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Whistle-blowers, war criminals and the extradition of Julian Assange

Anonymous supporters of Bradley Manning. Photo: Bradley Manning Support Network/Flickr

Wikileaks founder Julian Assange's protracted effort to fight extradition to Sweden suffered a body blow this week. Britain's Supreme Court upheld the arrest warrant, issued in December 2010. After the court announced its split 5-2 decision, the justices surprised many legal observers by granting Assange's lawyers an opportunity to challenge their decision -- the first such reconsideration since the high-profile British extradition case from more than a decade ago against former Chilean dictator Augusto Pinochet. The decision came almost two years to the day after Pvt. Bradley Manning was arrested in Iraq for allegedly leaking hundreds of thousands of classified U.S. government documents to Wikileaks.

Whistleblower claims Prime Minister's Office tried to silence Enbridge pipeline critic

My name is Andrew Frank. I grew up in a small town in the Okanagan valley of British Columbia. My granddad taught me how to fish. My father was a well-respected lawyer known for his unwavering integrity, and my mother was a favourite kindergarten teacher. Both have always impressed upon me the importance of telling the truth.

Today, I am taking the extraordinary step of risking my career, my reputation and my personal friendships, to act as a whistleblower and expose the undemocratic and potentially illegal pressure the Harper government has apparently applied to silence critics of the Enbridge Northern Gateway oil tanker-pipeline plan.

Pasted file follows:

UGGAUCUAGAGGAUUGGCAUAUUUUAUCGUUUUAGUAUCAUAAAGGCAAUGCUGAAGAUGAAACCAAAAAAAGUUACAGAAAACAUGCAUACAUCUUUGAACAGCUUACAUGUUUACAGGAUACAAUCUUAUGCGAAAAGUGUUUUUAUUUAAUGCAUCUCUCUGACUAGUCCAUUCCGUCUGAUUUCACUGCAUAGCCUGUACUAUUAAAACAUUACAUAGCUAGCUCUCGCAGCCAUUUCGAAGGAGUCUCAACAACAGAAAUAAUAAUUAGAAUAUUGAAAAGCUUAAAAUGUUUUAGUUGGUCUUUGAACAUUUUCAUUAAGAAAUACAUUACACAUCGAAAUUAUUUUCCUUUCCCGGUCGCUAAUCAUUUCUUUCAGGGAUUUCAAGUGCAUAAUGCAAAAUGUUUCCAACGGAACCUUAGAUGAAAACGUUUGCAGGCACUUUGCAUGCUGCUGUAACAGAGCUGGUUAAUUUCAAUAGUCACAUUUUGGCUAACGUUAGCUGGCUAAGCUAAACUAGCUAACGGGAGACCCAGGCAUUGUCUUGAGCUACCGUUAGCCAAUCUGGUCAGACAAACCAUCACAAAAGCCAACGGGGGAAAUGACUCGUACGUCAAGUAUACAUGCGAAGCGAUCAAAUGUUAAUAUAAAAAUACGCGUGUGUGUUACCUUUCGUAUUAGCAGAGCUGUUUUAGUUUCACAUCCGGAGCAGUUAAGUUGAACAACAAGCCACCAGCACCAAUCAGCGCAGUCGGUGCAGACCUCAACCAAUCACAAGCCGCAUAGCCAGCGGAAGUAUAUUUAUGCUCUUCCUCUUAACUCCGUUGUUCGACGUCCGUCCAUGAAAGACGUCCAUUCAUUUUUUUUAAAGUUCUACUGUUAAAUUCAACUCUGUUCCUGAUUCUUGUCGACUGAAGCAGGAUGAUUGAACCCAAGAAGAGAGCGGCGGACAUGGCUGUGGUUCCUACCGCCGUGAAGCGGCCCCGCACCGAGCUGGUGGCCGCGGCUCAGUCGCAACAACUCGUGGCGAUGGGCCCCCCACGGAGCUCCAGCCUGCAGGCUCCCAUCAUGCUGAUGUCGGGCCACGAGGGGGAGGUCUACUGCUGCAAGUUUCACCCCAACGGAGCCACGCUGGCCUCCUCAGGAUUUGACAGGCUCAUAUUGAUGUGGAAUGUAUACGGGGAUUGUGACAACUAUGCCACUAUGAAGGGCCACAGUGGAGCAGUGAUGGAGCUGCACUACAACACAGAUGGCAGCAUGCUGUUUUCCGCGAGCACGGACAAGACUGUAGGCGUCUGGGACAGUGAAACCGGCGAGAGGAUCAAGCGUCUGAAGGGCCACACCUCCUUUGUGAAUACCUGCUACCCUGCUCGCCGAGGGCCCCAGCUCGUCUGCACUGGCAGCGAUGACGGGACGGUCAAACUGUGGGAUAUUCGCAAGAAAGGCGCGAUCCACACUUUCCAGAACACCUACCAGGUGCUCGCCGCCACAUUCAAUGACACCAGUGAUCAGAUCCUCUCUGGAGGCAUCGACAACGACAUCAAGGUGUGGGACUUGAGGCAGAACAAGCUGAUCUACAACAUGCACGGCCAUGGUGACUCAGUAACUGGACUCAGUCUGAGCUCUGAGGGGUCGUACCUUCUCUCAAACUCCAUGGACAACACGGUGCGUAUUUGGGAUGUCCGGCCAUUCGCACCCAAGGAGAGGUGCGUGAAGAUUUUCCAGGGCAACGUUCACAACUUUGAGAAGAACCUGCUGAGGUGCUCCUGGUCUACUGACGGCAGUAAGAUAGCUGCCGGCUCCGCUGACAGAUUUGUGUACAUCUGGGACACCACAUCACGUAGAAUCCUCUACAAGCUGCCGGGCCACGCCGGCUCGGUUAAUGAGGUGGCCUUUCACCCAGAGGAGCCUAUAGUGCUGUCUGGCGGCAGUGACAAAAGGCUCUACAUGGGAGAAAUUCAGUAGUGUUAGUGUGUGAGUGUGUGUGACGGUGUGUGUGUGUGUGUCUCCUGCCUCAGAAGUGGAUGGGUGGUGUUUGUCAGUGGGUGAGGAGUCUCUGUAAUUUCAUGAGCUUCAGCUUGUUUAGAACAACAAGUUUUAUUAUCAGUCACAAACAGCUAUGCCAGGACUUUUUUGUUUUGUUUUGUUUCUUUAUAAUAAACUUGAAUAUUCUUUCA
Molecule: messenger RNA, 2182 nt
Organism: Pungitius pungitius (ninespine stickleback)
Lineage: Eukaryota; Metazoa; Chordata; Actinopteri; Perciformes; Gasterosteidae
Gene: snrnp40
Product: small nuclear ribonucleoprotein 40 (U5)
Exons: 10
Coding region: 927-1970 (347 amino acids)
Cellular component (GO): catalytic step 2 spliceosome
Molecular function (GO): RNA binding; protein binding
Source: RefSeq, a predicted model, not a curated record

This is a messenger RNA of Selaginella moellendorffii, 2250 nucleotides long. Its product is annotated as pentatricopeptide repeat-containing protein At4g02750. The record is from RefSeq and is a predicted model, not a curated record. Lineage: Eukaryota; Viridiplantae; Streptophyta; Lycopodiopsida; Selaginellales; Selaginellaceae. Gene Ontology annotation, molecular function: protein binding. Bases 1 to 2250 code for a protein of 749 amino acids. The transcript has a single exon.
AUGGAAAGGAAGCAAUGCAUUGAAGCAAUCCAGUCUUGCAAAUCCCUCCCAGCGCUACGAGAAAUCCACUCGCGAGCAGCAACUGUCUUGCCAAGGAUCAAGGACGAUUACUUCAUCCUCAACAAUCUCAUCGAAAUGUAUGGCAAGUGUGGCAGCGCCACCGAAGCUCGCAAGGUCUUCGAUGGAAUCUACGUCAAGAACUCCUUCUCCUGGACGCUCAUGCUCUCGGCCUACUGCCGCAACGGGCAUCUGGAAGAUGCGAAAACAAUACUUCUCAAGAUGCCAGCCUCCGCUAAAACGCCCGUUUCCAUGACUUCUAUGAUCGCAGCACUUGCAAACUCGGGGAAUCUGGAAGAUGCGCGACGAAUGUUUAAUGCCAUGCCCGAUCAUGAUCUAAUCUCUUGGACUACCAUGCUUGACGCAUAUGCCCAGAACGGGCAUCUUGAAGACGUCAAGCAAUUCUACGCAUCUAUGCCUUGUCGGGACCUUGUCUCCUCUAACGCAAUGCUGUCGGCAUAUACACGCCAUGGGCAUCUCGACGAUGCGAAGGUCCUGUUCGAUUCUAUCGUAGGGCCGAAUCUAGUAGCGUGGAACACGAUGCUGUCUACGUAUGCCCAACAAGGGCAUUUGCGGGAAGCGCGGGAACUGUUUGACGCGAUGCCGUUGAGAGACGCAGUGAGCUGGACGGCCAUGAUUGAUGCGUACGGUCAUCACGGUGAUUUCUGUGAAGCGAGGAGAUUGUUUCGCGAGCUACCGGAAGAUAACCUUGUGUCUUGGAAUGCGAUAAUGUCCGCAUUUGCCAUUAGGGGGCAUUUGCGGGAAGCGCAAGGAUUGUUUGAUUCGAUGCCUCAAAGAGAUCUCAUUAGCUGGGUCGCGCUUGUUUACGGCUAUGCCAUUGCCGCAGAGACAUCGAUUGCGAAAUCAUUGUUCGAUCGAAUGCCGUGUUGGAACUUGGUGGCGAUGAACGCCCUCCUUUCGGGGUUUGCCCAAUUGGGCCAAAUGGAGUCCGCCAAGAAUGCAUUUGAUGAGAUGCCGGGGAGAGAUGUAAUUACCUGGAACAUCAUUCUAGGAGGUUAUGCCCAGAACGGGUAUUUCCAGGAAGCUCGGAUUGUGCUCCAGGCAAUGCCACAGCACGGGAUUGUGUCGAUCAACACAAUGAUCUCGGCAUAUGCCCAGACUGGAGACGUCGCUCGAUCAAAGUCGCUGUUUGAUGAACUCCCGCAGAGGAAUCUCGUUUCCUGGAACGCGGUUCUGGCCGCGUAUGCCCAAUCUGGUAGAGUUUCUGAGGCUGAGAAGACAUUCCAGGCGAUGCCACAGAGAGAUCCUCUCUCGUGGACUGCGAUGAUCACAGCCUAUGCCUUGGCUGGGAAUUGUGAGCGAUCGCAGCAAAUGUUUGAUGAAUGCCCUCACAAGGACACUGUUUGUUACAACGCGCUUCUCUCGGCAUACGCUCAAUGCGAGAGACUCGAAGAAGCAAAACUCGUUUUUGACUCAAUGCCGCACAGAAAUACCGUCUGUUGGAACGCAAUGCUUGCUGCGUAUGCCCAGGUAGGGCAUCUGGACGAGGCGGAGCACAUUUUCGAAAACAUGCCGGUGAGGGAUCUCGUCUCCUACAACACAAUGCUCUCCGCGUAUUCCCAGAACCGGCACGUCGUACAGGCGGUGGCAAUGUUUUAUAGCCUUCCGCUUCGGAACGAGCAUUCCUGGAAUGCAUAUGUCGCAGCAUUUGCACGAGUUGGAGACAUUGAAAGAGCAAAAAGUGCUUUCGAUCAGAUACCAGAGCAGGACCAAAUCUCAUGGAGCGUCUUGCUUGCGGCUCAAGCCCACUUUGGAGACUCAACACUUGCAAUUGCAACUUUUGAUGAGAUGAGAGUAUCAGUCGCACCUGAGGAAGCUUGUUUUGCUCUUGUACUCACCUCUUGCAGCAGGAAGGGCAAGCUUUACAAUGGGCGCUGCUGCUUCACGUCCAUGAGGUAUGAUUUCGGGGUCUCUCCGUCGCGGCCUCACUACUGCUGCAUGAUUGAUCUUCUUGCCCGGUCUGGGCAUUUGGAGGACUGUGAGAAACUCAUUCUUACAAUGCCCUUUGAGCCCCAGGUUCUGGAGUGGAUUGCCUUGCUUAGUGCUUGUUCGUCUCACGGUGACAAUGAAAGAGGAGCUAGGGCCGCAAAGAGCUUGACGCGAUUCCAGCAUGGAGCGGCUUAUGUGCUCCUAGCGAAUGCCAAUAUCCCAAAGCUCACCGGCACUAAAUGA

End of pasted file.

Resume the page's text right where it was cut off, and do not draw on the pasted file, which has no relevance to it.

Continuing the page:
| January 20, 2012

Bradley Manning's pre-trial military hearing and possible death sentence

thierry ehrmann (CC-BY)

Accused whistle-blower Pvt. Bradley Manning turned 24 Saturday. He spent his birthday in a pre-trial military hearing that could ultimately lead to a sentence of life ... or death. Manning stands accused of causing the largest leak of government secrets in United States history.

Al Jazeera Transparency Unit

In January 2011, Al Jazeera launched its WikiLeaks-inspired Al Jazeera Transparency Unit (AJTU). The aim of the AJTU initiative is to promote tranparency in government and corporate practices.

Essentially, AJTU encourages whistleblowers to anonymously submit content for review by Al Jazeera's editorial department. Content submitted for evaluation may include documents, photography, audio and video clips, etc. Submissions deemed to be of merit may be featured on Al Jazeera broadcasts.



Not Rex: Angel Assange

This week on Not Rex, Humberto DaSilva defends Julian Assange and WikiLeaks. DaSilva says: Julian Assange is an angel attending at the deathbed of yesterday's journalism. He and WikiLeaks have opened a crack through which some light has shone. So ring the bells that still can ring.

Whistleblowers Blowing

Penatagon Targets WikiLeaks Whistleblowers (and vid)


"We know our possession of the decrypted airstrike video is now being discussed at the highest levels of US Command. WikiLeaks is currently under an aggressive US and Icelandic surveillance operation.."


WikiLeaks is a whistleblower organization that publishes anonymously contributed confidential government and corporate documents on its website for public scrutiny. This non-profit media organization's aim is to expose oppressive regimes and unethical corporate practices via document dumps.

Within one year of its 2006 launch, WikiLeaks claimed a database of over 1.2 million classified documents.

Since its conception, WikiLeaks has inspired a number of spinoff organizations based on the original WikiLeaks model. Such spinoffs include: OpenLeaks, Balkan Leaks, Brussels Leaks, Indoleaks, RuLeaks, and TradeLeaks.





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